Friday, October 28, 2011

BONE SOUP


By Cambria Evans

(Houghton Mifflin, 2008)

Oh, to be nothing but skin and bones. Literally. Meet Finnigin, a nomadic skeleton who longs to put some meat on his bones. He roams the countryside, strapping his eating stool to his back, fastening an eating spoon to his cloak and longing for tasty bits to satisfy his “gigantic eating mouth.” There must be a feast somewhere.

He encounters a witch on Halloween and asks for directions to the nearest feast. The witch speeds away on her broom to warn the local monster, zombies and the mummy. Ghouls, after all, aren’t known for sharing. They all tell Finnigin to scoot and scram when he comes a-knocking. Undeterred, the skeleton boils a cauldron of water in the center of town, adding a raggedy old “magic” bone to whip up that delicacy everyone loves: bone soup. The townsfolk are intrigued and gather round. Ghouls, after all, are known to be gullible.

This is a simple tale, a passable read for Halloween. It will most likely entertain preschoolers and students up to grade one. Older readers, however, need to be spooked more and will want a more involved story line. The witch, the mummy and the zombies are indistinguishable and this will surely disappoint those who are more invested in creepy characters of Halloween lore. Still, for the younger ones, it’s a tame tale with appropriately simple, dark illustrations created with pen, watercolor and digital color.

Don’t be surprised if your reader proposes that everyone add toenail clippings to their bowls of chicken noodle soup. Mmm, mmm good.

Tuesday, October 25, 2011

WE ARE IN A BOOK!





By Mo Willems

(Hyperion Books for Children, 2010)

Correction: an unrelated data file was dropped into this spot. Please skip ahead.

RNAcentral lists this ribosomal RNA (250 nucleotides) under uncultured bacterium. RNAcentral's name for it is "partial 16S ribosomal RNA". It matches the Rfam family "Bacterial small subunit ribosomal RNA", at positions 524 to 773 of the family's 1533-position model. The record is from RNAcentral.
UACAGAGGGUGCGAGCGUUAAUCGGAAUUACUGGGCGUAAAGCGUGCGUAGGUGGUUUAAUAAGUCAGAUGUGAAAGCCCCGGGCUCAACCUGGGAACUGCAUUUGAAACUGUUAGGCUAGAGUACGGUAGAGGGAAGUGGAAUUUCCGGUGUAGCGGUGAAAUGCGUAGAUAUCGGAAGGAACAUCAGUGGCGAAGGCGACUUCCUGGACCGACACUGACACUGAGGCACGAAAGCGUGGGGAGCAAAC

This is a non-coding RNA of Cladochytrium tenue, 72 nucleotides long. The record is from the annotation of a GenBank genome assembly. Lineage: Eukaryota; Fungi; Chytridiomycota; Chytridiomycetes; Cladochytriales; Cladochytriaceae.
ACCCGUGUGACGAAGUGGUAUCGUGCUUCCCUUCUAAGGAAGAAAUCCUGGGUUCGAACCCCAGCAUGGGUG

I love books about books and have previously featured It’s a Book and The Incredible Book-Eating Boy. I also love books that break conventions such as Mélanie Watt’s Chester which chronicles a conflict between author/illustrator and a wannabe main character and Watt’s You’re Finally Here! wherein a hyper hare talks directly to the reader. It should come as no surprise then that I am completely taken by Mo Willems’ We Are in a Book!, a book about books with characters that discover a reader is eying them.

This is part of Willems’ easy reader series, following the classics of P.D. Eastman and Dr. Seuss. An elephant named Gerald and a pig referred to as Piggie are the main characters. As the book opens, the elephant suspects someone is watching them.

Piggie moves up for a closer look.

Why, yes, indeed! Someone is watching. It’s…it’s…it’s a reader! A reader is watching AND reading.

Well, this is astonishing to Gerald. Piggie and Gerald decide to have some fun with the reader and, no doubt, the fun will be a mutually shared experience.

Mo Willems draws the elephant and pig simplistically and yet these characters are tremendously expressive, particularly Gerald the elephant whose amusement will become infectious. While Willems does not engage in the playful, sometimes nonsensical rhymes of Dr. Seuss, he masterfully conveys a sense of humor using a limited number of simple words. In fact, I read this book to a group of high school volunteers who have signed up to participate in an after-school reading program at my school. I didn’t know this group of thirty adolescents who were polite, yet a tad weary after a full day of classes. As I read the book, they relaxed. Smiles evolved into laughs and, at the end, the teens applauded.

This is a book that is sure to amuse any reader. Yes, that’s a sweeping statement. Mo Willems is that talented. I am so envious!

Friday, October 21, 2011

THE SHY CREATURES





By David Mack

(Feiwel and Friends, 2007)

When I was young, I spent a lot of time wondering about Bigfoot. What if he snuck into the basement? What if he jumped out of the forested area behind our cottage? Would he come out of hiding if people let him be the punter on the football team?

I also thought about the Loch Ness Monster. How old must it be? Did it send invisible vibrations to make photos blurry? Who decided it was a monster in the first place?

I never shared my thoughts. I was shy. Pathologically so. I thought Bigfoot, the Loch Ness Monster and other questionable creatures made the world a more interesting place. Please, let them be real. Expressing my opinions was too risky though. My pasty face reddened all too easily.